The most important thing we learned from Covid-19 is how much damage a relatively mild pandemic can do by long-term historical standards. Calling it mild does not mean, and will continue to cause, lessen the suffering it caused, until an effective vaccination program is established and sustained worldwide. But Covid-19 has shown a social and economic vulnerability far greater than experts believe. It is important to understand why this is the case and to learn how to better manage the effects of such diseases in the future.
In a recent article, Harvard’s David Cutler and Lawrence Summers estimate the total cost of Covid-19 to the US alone at $ 16 billion. This corresponds to 75 percent of the US gross domestic product for one year. Almost half of that is the cumulative value of lost GDP estimated by the bipartisan budget bureau of Congress. The remainder is the cost of premature death and impairment of physical and mental health according to values customarily used in the world’s richest major economy. The total cost, they estimate, is four times that of the post-financial crisis recession of 2008. If the cost to the world were also 75 percent of annual GDP, it would be around $ 96 billion at purchasing power parity exchange rates. That is almost certainly an overestimation. Even so, the costs are enormous.
So far, the worldwide death toll from Covid-19 is estimated at 1.4 million. The number of deaths is currently a little less than 10,000 per day, or about 3.5 mA per year. If this were maintained, the cumulative deaths in the first two years could reach nearly 5 million, or just over 0.06 percent of the world’s population. In this context, the Spanish flu, which emerged in 1918, lasted 26 months and killed between 17 and 100 million people, or between 1 and 6 percent of the world population at the time. A comparable death toll for Covid-19 would be between 80m and more than 400m today. Some pandemics, particularly the 14th century Black Death, were far more deadly than the Spanish flu.
A 2006 report by the CBO argued that “a pandemic with a highly virulent strain of flu (like the one that caused the 1918 pandemic) could have short-term impacts on the global economy similar in depth and duration to that of an average post-war recession UNITED STATES “. But the Spanish flu killed approximately 675,000 Americans out of the then population of just 103 million. Today this corresponds to over 2 m. If the CBO had been right, the economic impact of this pandemic would have been far less than before.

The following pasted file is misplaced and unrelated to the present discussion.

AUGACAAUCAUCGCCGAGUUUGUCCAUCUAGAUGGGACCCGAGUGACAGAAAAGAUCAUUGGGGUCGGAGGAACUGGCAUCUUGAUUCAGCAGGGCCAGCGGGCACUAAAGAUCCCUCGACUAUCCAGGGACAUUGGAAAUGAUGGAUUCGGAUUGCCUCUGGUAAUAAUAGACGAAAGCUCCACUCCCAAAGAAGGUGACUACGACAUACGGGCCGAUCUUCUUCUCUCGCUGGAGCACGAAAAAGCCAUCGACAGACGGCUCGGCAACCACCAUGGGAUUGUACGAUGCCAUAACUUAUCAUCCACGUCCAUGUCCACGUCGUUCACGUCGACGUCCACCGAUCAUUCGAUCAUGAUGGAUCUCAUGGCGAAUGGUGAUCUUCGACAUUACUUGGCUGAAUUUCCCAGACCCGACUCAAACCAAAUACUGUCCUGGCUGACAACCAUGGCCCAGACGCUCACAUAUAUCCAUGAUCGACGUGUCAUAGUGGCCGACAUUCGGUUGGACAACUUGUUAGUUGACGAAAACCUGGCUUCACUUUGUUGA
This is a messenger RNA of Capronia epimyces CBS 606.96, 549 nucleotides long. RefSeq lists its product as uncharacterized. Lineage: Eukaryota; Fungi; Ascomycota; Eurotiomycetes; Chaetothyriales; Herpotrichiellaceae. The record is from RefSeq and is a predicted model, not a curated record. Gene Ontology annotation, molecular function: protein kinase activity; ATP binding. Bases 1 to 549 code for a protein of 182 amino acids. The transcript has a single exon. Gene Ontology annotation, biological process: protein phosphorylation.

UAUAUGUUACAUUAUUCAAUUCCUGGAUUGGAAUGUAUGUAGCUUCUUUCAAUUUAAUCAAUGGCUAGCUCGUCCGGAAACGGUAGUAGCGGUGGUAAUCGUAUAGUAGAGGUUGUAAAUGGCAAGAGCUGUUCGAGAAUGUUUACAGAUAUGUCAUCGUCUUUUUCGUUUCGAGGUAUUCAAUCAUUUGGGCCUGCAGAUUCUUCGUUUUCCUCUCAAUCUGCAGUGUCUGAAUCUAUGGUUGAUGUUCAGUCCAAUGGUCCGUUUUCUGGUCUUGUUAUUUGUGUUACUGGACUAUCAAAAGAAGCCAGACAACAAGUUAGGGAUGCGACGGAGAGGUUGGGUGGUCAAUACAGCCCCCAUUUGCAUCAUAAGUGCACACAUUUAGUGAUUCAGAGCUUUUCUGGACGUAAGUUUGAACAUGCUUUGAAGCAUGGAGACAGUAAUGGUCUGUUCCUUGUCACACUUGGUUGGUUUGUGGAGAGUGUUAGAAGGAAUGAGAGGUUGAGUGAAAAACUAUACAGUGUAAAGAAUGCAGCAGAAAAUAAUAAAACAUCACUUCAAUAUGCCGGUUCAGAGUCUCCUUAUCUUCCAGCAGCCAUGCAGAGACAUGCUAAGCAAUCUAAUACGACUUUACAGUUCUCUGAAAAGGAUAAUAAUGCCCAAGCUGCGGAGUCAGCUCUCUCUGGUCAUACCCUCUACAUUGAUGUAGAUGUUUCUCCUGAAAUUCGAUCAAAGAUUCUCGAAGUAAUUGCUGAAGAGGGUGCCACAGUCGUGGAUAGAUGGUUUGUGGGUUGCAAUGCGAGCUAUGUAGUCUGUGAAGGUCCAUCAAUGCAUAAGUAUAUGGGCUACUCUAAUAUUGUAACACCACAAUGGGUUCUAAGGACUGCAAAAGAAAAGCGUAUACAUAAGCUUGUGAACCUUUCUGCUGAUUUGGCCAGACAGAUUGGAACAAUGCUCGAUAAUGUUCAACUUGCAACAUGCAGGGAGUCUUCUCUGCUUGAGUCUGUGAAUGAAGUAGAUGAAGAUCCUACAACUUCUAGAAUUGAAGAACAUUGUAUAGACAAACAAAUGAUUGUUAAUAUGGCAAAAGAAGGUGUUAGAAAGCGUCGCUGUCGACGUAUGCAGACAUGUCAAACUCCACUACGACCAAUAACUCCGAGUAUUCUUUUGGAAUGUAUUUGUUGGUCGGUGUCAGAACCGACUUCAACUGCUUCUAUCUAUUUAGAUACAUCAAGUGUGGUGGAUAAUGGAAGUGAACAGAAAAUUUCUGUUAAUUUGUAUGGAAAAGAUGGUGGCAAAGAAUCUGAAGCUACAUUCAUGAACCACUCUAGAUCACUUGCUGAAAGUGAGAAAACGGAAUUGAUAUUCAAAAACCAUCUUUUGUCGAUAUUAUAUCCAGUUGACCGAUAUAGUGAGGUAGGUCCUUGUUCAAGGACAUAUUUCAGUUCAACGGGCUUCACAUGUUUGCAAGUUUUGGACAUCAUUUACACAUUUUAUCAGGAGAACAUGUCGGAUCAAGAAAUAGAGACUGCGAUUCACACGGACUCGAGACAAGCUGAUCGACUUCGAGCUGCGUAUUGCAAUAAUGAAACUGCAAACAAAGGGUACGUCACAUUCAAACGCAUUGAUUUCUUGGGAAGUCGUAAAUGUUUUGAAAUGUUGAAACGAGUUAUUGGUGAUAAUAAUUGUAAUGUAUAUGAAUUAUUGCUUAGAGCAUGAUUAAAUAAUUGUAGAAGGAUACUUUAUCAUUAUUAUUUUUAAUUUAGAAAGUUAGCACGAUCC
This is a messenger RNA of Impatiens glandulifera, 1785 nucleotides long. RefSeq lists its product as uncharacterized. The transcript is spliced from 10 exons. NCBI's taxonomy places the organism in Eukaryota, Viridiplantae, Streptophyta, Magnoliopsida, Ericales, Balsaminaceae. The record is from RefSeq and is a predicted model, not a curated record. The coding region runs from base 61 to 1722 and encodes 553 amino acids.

A similar study for the EU Commission, also published in 2006, concluded that “while a pandemic would take a huge toll in human suffering, it would most likely not pose a serious threat to European macroeconomics”. This conclusion was completely wrong.
Then why was the economic damage caused by such a comparatively mild pandemic so great? The answer is: because it could be. Wealthy people can easily forego a large portion of their normal daily expenses while their governments can provide massive support to affected people and businesses. This is what people expect from governments too. The response to the pandemic is a reflection of today’s economic opportunities and social values, at least in rich countries. We are ready to pay a heavy price for pandemic containment. And we can do better so far than before.
Some argue that the methods chosen, particularly the non-discriminatory bans, were largely responsible for these enormous economic costs. Instead, they suggest, the disease (and with it the sick) should have roamed freely while only protecting the vulnerable.
That is very questionable. One reason is that the higher the incidence of the disease, the more people will be determined to shield themselves, as outlined in the IMF’s most recent World Economic Outlook.
In contrast to cost-benefit analyzes of theoretical alternatives, actual experience strengthens the case for complete disease suppression, if this is feasible. A recent paper from the Institute for New Economic Thinking, To Save the Economy, Save the People First, suggests why. A graph (reproduced here) shows that countries have pursued two strategies: suppressing or balancing deaths against the economy. Overall, the earlier group did better on both counts. In the meantime, countries that have sacrificed life tend to have high mortality and economic costs.
Now, in the midst of a second wave of infections and bans in Europe, it seems like a big mistake not to continue until you have full control of the virus in the first wave. Effective testing, tracking, and quarantining would of course be even better. However, this is impossible if the infection rates are close to recent values.
We still have a lot to learn from Covid-19, and we have to do that because the next pandemic could be far more deadly than this one. In the meantime, we must try to escape the current disaster as quickly as possible. This requires a high degree of global cooperation. Fortunately, while the cost of the pandemic was quite extraordinary, that was the scientific answer. Now vaccines need to be made and distributed around the world. An important step is for all countries, including the US, to join Covax, the initiative to make vaccines available worldwide. Global challenges require global solutions.
Covid-19 was a far more devastating economic shock than economists expected. This is a great lesson. An even more virulent disease is quite conceivable. Next time we need to suppress the new disease much faster. Many now rave about freedom. But human safety should remain the supreme law of politics now and forever.
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